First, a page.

Of course, it's hard to find a good-paying job even if you speak English, and even those Hmong who could speak it struggled to read and write it. Also, they had farm skills, not factory skills. Owning their own farms was too expensive, so they had to work as menial labor on other people's farms. Men tried to support big families on poor wages (they didn't want their women to work outside the home at first). As a result, in the 1990s, about two-thirds of Hmong Americans were considered poor (Bankston). About half were on federal welfare programs (Her and Buley-Meissner 121). Conditions are improving, but the poverty rate among the Hmong is still high (Lai and Arguelles). Now many Hmong, including women, work outside the home, and others have started small businesses and coop farms (Bankston).
Today, 61 percent of Hmong Americans have graduated from high school, which closely matches the 60 percent of Hmong who were born in the U.S. (Vang 3). This younger generation is Americanized, less bound by traditional Hmong customs than first-generation immigrants (“Bridging the Shores”). Young Hmong Americans are campaigning for women’s rights and speaking out against domestic abuse, as well as rejecting some traditional customs such as teenage brides (Lai and Arguelles). Even so, Hmong culture remains traditional, celebrating holidays from the old country and maintaining the practice of marriage dowries (“Bridging the Shores”).
Hmong Americans are doing better now than ever before, but they still fight for academic and workplace achievements. They also fight to hold onto their heritage and to remember the long road of sacrifice that brought them to this brighter day. They fought for this country even before they moved to this country. Now they fight to make their way in the country they helped defend.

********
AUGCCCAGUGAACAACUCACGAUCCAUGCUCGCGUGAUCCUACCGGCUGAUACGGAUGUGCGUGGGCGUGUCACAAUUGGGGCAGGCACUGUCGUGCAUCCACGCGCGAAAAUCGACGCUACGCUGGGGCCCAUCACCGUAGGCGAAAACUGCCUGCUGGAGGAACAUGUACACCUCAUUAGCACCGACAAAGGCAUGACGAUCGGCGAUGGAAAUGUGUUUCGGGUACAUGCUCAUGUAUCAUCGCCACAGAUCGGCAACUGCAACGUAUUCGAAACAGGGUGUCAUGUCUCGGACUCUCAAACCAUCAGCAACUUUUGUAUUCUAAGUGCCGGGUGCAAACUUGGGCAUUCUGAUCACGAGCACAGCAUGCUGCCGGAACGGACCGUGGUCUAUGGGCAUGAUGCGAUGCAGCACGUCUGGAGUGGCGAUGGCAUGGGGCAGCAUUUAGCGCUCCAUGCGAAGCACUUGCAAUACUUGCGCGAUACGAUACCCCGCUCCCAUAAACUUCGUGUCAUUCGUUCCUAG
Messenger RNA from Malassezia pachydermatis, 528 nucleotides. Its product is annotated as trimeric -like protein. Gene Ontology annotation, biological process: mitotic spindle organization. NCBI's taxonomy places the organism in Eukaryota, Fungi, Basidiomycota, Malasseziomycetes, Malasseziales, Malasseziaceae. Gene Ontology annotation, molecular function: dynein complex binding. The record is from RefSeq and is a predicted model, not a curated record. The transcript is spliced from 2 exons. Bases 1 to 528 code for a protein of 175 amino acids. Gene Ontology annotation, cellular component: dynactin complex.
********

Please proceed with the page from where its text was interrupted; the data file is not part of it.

Bankston III, Carl L. “Hmong Americans.” Countries and Their Cultures, www.everyculture.com/multi/Ha-La/Hmong-Americans.html.
“Bridging the Shores: The Hmong-American Experience.” Wisconsin Public Radio. WERN, Madison, 12 Sept. 2008.
Duffy, John, et. al. "The Hmong: An Introduction to Their History and Culture." Culture Profile No. 18, June 2004, pp. 11-12, www.culturalorientation.net/content/download/1373/7978/version/1/file/The+Hmong%2C+Culture+Profile.pdf.
George, William Lloyd, and Chiang Mai. “Hmong Refugees Live in Fear in Laos and Thailand.” Time, 24 July 2010, content.time.com/time/world/article/0,8599,2005706,00.html.
Her, Vincent K., and Mary Louise Buley-Meissner. Hmong and American: From Refugees to Citizens. Minnesota Historical Society Press, 2012.
Lai, Eric, and Dennis Arguelles. The New Face of Asian Pacific America: Numbers, Diversity, and Change in the 21st Century. UCLA Asian American Studies Center Press, 1998.
“2010 Census Hmong Populations by State.” Hmong American Partnership 2010, www.vuenational.org/wp-content/uploads/2013/05/2010-Hmong-Census.pdf.
Vang, Christopher T. “Hmong-American K-12 Students and the Academic Skills Needed for a College Education: A Review of the Existing Literature and Suggestions for Future Research.” Hmong Studies Journal, no. 5, 2004, pp. 1-31.
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Based on a work at k12.thoughtfullearning.com/assessmentmodels/hmong-allies-neighbors.